What it's like to work with 'every EMR known to mankind,' according to LifePoint CIO Al Smith

Overseeing health IT for 62 community hospitals and 33 specialty hospitals across 29 states is definitely not "one-size-fits-all," says Al Smith, senior vice president and CIO of Brentwood, Tenn.-based LifePoint Health.

"When you're in a smaller system, you just don't see that kind of disparity, that kind of variety," Mr. Smith told Becker's. "We aren't in a system that's going to be on one EMR, one supply chain — that would be utopia. That's just not the world I live in. So you get to work with lots of different vendors, lots of different customers and lots of scale."

He spends a lot of his time on improving the digital patient experience, digitizing clinical workflows and analyzing clinical data — as well as all of LifePoint's mergers, acquisitions and divestitures. Founded in 1999, the private, for-profit health system is the country's seventh largest, according to a 2021 Becker's analysis.

"Every single acquisition spawns off 40 projects of security and infrastructure and all the other [health IT] things," he said. "So that's always interesting: How are you going to integrate, and what are you going to convert them to? Do you convert them? How much money are you going to spend? How do you integrate them into your IT support model?

"We believe at LifePoint that care is local. So a hospital up in Washington has different needs than a hospital in South Carolina, whether that's different risk-bearing models, ACO versus fee for service, etc. So we aren't able to really be one-size-fits-all. We've got to be flexible. So how do you do that across 60-plus hospitals plus different business lines? That's a challenge."

A long career in health IT

Mr. Smith got his start in health IT at a "smaller" hospital group, the former Carolinas HealthCare System (now Charlotte, N.C.-based Atrium Health) in the late 1990s. He later worked for Cerner and as interim corporate CIO of the former Vanguard Health Systems, based in Nashville, Tenn.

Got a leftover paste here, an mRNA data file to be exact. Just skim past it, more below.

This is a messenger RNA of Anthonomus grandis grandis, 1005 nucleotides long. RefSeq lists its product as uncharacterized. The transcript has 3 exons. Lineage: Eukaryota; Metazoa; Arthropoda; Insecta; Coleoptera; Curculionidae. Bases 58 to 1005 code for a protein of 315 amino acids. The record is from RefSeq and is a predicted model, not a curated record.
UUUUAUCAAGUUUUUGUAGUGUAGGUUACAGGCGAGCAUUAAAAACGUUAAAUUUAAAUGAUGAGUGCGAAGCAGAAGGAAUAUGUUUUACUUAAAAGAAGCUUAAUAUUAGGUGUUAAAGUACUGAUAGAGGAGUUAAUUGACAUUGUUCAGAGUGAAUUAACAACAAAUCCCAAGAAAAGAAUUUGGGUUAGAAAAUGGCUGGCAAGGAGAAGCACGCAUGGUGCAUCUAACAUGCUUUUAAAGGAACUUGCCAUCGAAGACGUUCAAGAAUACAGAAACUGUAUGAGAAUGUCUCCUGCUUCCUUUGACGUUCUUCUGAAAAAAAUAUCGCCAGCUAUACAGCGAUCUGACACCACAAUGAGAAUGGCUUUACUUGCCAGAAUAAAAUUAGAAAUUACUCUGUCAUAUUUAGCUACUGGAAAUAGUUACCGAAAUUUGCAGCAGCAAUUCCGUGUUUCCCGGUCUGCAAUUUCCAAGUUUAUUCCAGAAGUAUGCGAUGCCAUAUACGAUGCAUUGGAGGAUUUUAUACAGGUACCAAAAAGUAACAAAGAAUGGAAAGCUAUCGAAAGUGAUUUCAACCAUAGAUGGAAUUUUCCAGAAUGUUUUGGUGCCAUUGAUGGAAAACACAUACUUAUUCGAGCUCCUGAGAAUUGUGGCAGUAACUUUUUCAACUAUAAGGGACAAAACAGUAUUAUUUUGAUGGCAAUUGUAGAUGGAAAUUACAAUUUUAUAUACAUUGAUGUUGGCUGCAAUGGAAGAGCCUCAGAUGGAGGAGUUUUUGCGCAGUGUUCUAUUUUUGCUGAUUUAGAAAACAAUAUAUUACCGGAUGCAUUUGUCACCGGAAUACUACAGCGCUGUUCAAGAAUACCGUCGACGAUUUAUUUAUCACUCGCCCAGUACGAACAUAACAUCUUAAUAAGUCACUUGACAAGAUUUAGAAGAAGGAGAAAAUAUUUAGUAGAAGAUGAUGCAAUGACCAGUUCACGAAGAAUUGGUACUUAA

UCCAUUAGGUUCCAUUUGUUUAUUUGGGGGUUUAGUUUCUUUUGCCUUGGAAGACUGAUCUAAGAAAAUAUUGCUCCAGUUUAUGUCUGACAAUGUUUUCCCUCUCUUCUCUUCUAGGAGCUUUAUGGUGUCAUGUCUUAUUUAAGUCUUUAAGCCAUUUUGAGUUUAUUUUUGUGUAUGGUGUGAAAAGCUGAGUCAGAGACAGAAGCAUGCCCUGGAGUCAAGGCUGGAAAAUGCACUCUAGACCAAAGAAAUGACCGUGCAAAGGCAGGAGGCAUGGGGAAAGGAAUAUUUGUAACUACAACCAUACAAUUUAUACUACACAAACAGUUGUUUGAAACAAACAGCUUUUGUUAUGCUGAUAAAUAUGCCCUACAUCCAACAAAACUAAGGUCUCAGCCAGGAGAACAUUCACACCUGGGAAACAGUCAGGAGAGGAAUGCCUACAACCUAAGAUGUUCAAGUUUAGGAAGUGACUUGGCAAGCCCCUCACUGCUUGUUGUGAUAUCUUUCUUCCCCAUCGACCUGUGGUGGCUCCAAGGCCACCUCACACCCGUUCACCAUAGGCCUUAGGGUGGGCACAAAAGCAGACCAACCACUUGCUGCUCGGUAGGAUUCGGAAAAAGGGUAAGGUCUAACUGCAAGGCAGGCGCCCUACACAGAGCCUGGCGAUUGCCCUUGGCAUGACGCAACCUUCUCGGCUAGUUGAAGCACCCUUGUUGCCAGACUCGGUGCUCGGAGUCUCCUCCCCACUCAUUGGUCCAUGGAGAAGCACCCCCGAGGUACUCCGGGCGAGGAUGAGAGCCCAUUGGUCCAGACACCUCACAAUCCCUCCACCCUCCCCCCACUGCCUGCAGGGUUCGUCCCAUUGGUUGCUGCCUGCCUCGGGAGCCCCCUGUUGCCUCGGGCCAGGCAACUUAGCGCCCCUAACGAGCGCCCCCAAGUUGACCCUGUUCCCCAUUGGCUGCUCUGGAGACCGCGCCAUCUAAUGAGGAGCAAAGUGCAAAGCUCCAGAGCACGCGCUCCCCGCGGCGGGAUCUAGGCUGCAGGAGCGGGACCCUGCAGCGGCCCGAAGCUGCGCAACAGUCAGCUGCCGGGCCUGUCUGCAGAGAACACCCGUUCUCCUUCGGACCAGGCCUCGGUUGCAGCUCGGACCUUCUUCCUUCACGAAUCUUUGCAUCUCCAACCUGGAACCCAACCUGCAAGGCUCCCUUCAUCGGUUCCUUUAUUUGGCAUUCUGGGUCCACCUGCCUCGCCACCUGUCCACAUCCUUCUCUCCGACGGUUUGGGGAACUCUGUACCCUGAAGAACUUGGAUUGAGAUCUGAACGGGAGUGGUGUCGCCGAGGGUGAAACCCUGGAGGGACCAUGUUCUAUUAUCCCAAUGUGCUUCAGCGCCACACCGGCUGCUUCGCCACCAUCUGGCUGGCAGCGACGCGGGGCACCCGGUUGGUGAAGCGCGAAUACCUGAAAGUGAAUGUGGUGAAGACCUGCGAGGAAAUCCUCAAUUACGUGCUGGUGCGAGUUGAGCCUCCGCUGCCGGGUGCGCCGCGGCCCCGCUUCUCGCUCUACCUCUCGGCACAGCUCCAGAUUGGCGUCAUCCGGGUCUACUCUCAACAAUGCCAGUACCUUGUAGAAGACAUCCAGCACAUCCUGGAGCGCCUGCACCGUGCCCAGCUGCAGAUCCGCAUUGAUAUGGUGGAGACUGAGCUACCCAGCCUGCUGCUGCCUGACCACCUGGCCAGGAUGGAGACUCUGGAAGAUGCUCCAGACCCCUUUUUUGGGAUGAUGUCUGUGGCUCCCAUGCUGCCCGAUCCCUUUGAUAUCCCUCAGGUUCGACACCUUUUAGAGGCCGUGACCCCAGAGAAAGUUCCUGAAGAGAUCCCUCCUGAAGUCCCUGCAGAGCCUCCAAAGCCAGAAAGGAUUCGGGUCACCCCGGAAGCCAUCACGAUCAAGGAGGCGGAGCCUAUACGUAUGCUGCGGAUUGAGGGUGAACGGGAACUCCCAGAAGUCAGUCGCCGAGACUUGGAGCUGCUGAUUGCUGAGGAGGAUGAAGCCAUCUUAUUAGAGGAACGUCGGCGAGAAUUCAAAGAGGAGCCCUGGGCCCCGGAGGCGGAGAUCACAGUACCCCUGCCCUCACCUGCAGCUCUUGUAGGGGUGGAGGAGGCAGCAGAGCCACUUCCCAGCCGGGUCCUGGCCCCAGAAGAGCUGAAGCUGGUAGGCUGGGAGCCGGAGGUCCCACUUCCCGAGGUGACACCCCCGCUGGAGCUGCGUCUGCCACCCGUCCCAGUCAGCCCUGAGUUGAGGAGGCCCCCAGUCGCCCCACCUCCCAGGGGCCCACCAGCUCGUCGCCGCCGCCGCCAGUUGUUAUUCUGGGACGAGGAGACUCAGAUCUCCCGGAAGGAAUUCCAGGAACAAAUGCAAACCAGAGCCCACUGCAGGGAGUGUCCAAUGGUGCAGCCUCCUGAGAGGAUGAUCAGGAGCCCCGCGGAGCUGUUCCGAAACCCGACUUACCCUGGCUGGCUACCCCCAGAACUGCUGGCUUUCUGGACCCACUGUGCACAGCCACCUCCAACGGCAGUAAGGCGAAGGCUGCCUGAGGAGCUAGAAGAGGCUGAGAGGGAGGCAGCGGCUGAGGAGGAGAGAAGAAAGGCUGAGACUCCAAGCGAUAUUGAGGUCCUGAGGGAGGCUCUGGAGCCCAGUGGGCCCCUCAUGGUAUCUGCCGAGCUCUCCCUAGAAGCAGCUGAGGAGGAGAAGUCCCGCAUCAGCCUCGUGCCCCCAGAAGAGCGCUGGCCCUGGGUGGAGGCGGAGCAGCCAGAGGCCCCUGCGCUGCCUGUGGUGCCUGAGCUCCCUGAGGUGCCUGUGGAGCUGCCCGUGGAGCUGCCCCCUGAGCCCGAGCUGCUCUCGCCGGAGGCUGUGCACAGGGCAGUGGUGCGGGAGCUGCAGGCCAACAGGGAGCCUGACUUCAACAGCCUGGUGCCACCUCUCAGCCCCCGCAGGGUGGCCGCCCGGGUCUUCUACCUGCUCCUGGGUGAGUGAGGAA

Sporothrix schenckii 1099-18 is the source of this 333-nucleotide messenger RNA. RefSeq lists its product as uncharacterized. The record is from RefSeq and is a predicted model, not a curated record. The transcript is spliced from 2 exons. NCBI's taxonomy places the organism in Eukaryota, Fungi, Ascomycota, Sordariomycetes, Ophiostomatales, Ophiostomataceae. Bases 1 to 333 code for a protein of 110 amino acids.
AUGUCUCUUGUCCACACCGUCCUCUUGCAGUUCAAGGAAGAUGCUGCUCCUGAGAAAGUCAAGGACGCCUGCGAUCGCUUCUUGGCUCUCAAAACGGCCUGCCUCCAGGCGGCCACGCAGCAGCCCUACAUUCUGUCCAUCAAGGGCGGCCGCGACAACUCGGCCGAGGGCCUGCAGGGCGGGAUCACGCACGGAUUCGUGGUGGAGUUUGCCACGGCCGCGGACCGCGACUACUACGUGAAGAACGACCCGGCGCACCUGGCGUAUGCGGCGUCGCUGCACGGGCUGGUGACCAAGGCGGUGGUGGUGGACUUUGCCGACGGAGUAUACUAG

He previously served as senior vice president and CIO of Capella Healthcare and RCCH Healthcare Partners, two for-profit hospital chains similarly based in suburban Nashville that have since been absorbed by LifePoint. He is also a partner with healthcare venture capital firm Caduceus Capital Partners

He has seen the CIO role go from a technologist to a business operator, starting with the rollout of EHRs.

"We laugh sometimes that pretty much no projects happen without somebody off my team being involved somewhere, because it always impacts IT somehow," he said. "We're just critical to the underpinning of pretty much everything everybody does."

Managing health IT across the nation

Even though his system doesn't operate on a single EHR, he and his team are able to make it work.

"Because we're in so many different states, I don't have to be super interoperable," he said. "There are not a lot of patient referral patterns from Idaho to South Carolina for a small community hospital. Where it does get interesting is that I need solutions that interoperate with every EMR known to mankind. So if I'm going to look at digital front door, I can't just pick Epic and ride it. I can't pick Cerner and ride it. I need something that wraps around the EMR that interoperates with the EMR but is EMR agnostic. So it makes it a little bit more difficult."